Memorial Day - A Monument To Grief And Hope

There are many moods and varied emotions on Memorial Day.  This Memorial Day will be a time when these moods and emotions will range from pride to sorrow, from tribute to regret.  But there are two words that bears the message of memorial day - grief and hope. There will be much grief as we remember those who have died fighting in our nation's armed forces.  There will be grief as we remember why they died.

Who are those who have died in all of our wars?  Most of them were not soldiers born and bred to do battle.  They were husbands and wives, fathers and mothers, sons and daughters, brothers and sisters.  They left behind families filled with grief.  They were the promise of a tomorrow that never came.  They were the flowers that never bloomed.  One wonders what might they have been accomplished had they lived.  What might have been their impact on society had they not died.

It might have been possible that one of them could have found a cure for cancer, except that he/she died a victim of this moral cancer called war.  One might have composed a melody so beautiful that it would have moved the world, except that he/she died to blare of taps and the beat of earth being shoveled on his/her casket.  One might have painted a picture, or written a poem, or discovered an answer, or learned a truth, except that he/she ended up in a mess of dirt and blood.  One of them might have found the pathway to peace, except that he/she died along the road of war.

Why did they die?  They died because people are weak, untutored and unwise; because humanity with all its boastful progress has not yet learned to live.  Memorial Day may not be a time to search for answers, but it is day to speak the truth.  The truth is this: Memorial Day is a monument that we have built to grief.  It is a monument to folly.  Those who died were victims.  They were the unnecessary sacrifices that we offered on the altar of the god of war.

Let us not destroy the day nor dishonor the dead with pious tributes that hide behind the basic truth.  Let us not shift the guilt to some nameless or faceless enemy.  The names of friends and foes are many, and they keep changing throughout history.  There were those who were enemies in the past and have become our friends, and there are those who were our friends in the past and have now become our enemies.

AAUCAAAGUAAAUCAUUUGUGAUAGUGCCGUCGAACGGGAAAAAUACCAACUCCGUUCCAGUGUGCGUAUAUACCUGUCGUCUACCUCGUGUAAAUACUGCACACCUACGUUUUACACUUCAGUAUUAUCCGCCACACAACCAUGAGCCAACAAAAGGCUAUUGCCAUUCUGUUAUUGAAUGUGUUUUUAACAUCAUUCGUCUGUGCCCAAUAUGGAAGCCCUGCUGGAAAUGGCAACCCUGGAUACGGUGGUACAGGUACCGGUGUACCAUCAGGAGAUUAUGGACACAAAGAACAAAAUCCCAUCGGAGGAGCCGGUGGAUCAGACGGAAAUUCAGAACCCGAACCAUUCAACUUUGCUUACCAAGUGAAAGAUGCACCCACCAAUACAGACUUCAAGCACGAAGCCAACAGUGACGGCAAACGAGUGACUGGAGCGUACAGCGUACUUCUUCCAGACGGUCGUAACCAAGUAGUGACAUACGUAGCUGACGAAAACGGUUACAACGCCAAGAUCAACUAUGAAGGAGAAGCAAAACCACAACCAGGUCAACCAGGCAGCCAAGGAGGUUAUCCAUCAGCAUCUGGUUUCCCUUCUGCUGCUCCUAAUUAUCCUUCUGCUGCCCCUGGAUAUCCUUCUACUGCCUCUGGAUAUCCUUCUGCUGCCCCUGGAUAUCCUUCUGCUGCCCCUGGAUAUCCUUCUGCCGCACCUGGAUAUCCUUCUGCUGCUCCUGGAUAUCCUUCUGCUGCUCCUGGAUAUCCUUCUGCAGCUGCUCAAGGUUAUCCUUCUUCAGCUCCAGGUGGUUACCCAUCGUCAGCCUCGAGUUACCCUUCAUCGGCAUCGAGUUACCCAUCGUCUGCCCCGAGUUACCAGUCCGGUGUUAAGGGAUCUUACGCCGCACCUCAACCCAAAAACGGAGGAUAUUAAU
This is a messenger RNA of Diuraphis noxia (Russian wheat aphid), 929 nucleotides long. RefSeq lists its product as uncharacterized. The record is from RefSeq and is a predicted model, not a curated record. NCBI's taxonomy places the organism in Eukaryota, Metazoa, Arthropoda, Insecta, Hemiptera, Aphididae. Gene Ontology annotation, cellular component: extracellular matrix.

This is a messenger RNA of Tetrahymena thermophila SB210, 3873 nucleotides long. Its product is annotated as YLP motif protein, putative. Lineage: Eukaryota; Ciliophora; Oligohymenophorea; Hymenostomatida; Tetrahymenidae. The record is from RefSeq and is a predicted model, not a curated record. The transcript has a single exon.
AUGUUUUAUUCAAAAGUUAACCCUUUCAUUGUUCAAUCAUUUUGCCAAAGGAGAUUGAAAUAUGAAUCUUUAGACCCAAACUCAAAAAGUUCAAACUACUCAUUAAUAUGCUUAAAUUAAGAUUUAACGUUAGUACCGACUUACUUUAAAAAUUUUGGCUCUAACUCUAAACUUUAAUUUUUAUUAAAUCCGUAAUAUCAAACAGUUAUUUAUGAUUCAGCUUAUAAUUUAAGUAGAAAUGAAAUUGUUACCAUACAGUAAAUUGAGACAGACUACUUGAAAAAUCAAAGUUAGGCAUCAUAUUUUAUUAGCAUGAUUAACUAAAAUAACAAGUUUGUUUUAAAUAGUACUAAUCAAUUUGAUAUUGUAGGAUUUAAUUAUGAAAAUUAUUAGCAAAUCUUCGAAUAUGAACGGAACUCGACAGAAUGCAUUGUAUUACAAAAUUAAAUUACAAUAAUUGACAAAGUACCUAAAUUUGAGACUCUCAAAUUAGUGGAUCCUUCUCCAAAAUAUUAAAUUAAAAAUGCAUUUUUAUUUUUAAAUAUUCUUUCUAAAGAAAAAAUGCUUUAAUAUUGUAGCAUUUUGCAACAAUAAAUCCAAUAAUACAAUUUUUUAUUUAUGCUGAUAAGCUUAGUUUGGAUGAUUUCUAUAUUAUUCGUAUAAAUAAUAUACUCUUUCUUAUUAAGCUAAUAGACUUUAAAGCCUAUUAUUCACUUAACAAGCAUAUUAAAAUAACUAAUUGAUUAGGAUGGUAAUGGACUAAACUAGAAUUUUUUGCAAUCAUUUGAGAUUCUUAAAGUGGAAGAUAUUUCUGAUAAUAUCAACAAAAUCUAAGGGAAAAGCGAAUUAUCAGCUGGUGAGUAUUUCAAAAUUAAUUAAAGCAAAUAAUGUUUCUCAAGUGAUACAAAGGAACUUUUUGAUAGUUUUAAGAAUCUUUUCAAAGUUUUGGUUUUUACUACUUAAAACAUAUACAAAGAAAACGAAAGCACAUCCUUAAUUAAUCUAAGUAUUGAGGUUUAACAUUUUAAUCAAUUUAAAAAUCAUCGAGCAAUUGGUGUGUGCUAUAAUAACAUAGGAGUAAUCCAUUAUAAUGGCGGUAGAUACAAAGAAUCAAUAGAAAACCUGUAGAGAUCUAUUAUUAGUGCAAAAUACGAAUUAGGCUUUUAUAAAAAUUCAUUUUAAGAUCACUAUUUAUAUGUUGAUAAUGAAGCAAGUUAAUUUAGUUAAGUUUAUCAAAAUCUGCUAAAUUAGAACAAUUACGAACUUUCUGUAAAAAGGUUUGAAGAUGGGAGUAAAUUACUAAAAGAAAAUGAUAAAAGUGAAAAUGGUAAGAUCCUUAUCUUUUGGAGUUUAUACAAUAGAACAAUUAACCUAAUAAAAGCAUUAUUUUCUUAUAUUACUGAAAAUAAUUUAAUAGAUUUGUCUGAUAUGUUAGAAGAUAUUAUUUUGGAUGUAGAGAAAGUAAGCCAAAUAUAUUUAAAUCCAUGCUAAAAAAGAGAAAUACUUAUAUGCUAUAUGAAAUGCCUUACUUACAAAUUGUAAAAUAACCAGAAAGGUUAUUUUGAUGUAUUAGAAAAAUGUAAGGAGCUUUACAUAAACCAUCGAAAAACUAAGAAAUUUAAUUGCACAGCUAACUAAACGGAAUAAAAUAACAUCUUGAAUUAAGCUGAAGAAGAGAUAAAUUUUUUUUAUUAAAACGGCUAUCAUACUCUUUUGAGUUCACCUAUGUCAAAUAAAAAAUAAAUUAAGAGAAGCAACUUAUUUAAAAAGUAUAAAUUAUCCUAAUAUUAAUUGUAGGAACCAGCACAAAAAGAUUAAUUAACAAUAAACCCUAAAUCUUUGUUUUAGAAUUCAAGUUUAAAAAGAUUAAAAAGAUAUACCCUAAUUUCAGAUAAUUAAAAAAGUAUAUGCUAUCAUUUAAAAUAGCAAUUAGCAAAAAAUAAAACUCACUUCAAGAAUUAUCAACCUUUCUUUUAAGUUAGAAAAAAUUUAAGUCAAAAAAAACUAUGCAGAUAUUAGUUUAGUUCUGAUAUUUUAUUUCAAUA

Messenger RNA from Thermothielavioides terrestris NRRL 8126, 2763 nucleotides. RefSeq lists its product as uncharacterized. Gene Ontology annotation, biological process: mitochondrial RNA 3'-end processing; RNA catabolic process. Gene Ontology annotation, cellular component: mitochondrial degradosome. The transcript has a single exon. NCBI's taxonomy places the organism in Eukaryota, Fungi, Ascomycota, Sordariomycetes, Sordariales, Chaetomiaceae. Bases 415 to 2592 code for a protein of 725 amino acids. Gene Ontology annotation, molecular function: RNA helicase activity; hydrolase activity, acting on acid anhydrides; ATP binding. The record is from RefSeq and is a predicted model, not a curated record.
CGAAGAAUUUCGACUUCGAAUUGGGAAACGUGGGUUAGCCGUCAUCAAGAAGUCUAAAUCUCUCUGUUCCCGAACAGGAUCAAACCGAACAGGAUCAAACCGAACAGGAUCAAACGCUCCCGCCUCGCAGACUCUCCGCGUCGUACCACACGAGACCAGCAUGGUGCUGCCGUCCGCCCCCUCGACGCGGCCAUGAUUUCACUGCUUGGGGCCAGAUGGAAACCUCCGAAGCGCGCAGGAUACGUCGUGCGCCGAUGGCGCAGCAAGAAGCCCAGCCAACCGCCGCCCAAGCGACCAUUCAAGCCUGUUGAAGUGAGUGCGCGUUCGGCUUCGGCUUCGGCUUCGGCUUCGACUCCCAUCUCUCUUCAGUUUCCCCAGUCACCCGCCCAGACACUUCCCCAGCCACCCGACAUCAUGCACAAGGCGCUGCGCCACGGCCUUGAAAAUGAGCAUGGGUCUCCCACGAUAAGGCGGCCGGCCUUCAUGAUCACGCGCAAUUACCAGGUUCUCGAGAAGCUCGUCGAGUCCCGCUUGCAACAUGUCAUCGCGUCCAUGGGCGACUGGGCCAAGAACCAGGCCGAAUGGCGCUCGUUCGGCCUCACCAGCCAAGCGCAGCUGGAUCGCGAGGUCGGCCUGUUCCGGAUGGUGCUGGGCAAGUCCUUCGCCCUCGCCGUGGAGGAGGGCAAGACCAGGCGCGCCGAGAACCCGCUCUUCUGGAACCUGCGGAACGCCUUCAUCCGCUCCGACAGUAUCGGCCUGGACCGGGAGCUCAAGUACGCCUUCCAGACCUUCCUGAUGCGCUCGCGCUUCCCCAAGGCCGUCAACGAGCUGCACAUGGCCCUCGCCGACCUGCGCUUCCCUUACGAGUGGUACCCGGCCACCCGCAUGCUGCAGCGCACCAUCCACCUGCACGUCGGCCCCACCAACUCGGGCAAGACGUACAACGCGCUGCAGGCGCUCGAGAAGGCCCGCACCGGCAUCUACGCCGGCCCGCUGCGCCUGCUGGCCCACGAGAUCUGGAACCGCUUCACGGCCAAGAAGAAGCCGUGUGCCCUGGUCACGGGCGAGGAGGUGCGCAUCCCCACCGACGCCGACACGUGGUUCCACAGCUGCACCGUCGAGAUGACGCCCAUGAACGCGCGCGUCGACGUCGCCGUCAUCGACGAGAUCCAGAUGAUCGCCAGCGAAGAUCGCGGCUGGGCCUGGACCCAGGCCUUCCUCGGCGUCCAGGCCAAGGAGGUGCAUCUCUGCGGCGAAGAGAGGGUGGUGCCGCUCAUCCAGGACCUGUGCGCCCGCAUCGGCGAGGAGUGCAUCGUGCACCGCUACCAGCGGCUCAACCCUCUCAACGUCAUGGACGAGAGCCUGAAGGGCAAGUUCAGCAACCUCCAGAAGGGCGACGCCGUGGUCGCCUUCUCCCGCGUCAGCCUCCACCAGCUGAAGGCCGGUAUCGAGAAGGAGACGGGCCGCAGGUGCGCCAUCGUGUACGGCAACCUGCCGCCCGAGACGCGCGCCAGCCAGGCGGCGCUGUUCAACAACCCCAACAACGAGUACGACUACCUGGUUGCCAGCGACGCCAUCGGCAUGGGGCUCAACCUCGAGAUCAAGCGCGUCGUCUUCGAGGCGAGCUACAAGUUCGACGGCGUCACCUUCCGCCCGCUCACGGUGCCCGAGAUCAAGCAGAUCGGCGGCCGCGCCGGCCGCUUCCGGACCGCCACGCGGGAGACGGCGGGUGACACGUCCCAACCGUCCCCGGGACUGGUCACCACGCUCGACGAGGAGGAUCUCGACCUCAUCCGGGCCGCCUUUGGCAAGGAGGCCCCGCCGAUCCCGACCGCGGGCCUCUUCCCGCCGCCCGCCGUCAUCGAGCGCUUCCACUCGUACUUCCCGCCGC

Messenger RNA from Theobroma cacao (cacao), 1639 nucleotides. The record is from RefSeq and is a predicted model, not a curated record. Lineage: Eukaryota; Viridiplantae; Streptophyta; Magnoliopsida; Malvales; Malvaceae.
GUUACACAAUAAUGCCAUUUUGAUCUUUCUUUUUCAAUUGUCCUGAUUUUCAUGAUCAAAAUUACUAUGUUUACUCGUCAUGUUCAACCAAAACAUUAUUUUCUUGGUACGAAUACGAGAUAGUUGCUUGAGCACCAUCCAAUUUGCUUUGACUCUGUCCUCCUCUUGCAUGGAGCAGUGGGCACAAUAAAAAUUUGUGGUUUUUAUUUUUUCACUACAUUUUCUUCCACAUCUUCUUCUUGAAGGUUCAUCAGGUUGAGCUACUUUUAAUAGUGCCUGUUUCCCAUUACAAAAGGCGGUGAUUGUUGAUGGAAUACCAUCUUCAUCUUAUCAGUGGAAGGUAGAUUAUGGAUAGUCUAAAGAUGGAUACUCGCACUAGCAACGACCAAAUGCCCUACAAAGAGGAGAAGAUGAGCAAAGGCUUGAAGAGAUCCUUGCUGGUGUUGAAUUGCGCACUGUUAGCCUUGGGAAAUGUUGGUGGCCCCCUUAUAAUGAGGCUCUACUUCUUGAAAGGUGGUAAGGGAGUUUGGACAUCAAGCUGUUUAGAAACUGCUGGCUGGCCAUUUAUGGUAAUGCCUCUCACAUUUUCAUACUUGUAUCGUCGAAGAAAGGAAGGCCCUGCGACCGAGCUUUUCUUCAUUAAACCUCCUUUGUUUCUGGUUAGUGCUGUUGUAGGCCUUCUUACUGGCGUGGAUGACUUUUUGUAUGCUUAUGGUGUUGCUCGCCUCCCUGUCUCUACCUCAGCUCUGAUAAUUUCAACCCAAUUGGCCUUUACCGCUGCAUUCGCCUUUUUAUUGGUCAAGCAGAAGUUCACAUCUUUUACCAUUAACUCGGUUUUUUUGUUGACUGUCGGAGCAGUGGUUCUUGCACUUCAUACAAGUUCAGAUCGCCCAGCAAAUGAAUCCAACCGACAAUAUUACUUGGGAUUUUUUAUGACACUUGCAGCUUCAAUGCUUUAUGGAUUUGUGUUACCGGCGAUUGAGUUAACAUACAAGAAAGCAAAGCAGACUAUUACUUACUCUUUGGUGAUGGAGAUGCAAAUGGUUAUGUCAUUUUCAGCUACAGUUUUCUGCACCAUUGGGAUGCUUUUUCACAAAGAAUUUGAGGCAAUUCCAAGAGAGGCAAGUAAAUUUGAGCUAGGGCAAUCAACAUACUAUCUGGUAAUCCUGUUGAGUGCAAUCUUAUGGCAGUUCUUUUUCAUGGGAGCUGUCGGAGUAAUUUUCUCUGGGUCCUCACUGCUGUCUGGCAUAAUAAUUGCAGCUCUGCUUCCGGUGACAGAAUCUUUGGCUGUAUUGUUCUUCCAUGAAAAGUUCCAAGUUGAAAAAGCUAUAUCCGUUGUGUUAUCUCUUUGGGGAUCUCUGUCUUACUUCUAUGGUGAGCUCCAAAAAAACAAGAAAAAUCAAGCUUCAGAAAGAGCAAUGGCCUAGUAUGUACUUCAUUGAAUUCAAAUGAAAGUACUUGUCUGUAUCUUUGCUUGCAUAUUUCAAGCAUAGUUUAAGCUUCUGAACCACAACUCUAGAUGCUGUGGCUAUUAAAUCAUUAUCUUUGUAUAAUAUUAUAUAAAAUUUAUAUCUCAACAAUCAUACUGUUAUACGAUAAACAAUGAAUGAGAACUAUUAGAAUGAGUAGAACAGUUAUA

Is it possible that we can find the path to peace?  Is it too much to ask, too great a promise to keep?  Is it an impossible dream?  If we cannot believe that peace is possible, then we are condemning future generations of young men and women to death.

But peace is a real goal, and peace is possible.  We need to believe that those whom we memorialize have not died in vain.  We need to have faith that the day will come, be it in our time, in a future generation's time, when people will live in peace.  There will come a day in the future, when people will look upon our age and be horrified.  They will say of us in disbelief, "Did men and women kill each other in those days?"

What we as a humanity have done cannot be changed.  It is done, and this is our monument to grief.

However, there is another side to the monument.  Memorial Day is also a monument of hope.  The future is there before us.  As we find ourselves involved in the fight against terrorism, the hope for peace is still a distance away.  The shape of a peaceful future is not yet shaped.  But we can shape it, if we face it and lean forward and declare again and again and again that there will be a day when we will beat our swords into plowshares and our spears into pruning hooks.  There will be a day when nation shall not lift up sword against nation, neither will they learn war anymore.  If we do not give up in despair, there will be such a day.

Let this be our faith and our pledge.  Out of our grief, let this be our promise to the past and for the future, when we shall join together with all of humanity to shape tomorrow so that the time will come when we not need add to the list on Memorial Day.

By Jacob Friedman

Jacob Friedman is the rabbi of the Jewish Community Center in Long Beach Island, New Jersey. He has authored numerous articles, lectured widely, written creative prayer pamphlets, and published sermon pamphlets.

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